A Little Time in Limerick
A Little Time in Limerick
The bus ride from Dingle to Limerick was a great opportunity to visually explore the countryside of County Kerry crossing over the border into County Limerick at Abbeyfeale. We meandered through the awe-inspiring mountains along the Dingle peninsula towards Tralee. Wild and wind-swept slopes and peaks with fertile little valleys where native trees thrived and small farms dwelt nestling below. Lots of the little villages we passed through had suffered an economic downturn of some sort with empty shops and houses falling into ruin. After a short wait at Tralee bus station we were off again, the Mullaghareirk Mountains to our right, we exchanged views of the vast Atlantic for a landscape dotted with small houses in all states of repair from roofless to pristine and greener farms with more organised fields and bigger herds and flocks.
The Limerick area was inhabited as early as 150 AD and there was a settlement on little King’s island around 500 AD. The Vikings sailed up the river and created a walled city on the same island in 812 AD, now overlooked by skyscrapers of the city. Just a little potted history.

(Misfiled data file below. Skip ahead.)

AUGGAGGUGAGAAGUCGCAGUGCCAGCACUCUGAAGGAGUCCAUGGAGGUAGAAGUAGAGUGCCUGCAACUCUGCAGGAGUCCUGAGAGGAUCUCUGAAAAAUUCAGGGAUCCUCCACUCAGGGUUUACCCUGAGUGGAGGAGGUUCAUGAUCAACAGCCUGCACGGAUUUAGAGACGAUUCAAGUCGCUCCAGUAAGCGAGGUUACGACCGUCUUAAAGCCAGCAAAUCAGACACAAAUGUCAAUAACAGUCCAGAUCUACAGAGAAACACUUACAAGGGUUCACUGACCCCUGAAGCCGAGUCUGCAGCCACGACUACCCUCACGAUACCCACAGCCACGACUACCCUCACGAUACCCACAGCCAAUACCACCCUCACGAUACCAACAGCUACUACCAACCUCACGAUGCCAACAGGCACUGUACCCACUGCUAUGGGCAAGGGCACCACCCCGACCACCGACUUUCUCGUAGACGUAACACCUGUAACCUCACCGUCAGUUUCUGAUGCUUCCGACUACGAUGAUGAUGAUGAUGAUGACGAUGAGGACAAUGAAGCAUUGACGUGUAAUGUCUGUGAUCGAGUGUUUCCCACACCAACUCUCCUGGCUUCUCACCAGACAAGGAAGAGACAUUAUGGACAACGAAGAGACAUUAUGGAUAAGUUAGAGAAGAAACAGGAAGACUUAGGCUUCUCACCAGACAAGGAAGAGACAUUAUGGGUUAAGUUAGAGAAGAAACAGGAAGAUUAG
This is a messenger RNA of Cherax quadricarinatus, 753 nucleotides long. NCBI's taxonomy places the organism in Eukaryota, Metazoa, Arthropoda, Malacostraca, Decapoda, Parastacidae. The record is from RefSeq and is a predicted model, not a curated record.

We couldn’t get into the room until 3.00pm so we left our backpacks behind the desk and started exploring. I think we have a nose for seeking out friendly hostelries now, so very soon we were perched on stools in the Old Quarter testing their ale. I should explain that the two glasses of Island’s Edge were 1/3pint tasters and if you do not believe me the next picture proves the point, we thought it was a good way to start. Some wholesome home-made soup filled and nourished the parts the beer couldn’t reach and set us up for an afternoon of exploring King John’s Castle.
By all accounts Norman King John (reigned 1199 – 1216) was not a good king but this was not reflected in the castle he ordered to be built to defend the river crossing and the Norman kingdoms on the east of the Shannon from the Gaelic tribes on the west side.
Today all five sides of the castle are complete but for many years there were only walls on the north side. Built in 1210, what is left of the walls is intact and we were able to walk along the ramparts on the north side and between the twin towered gatehouse to enjoy lovely views over the Shannon, downriver and across the Thomond Bridge which links the castle to the County Clare side of the Shannon.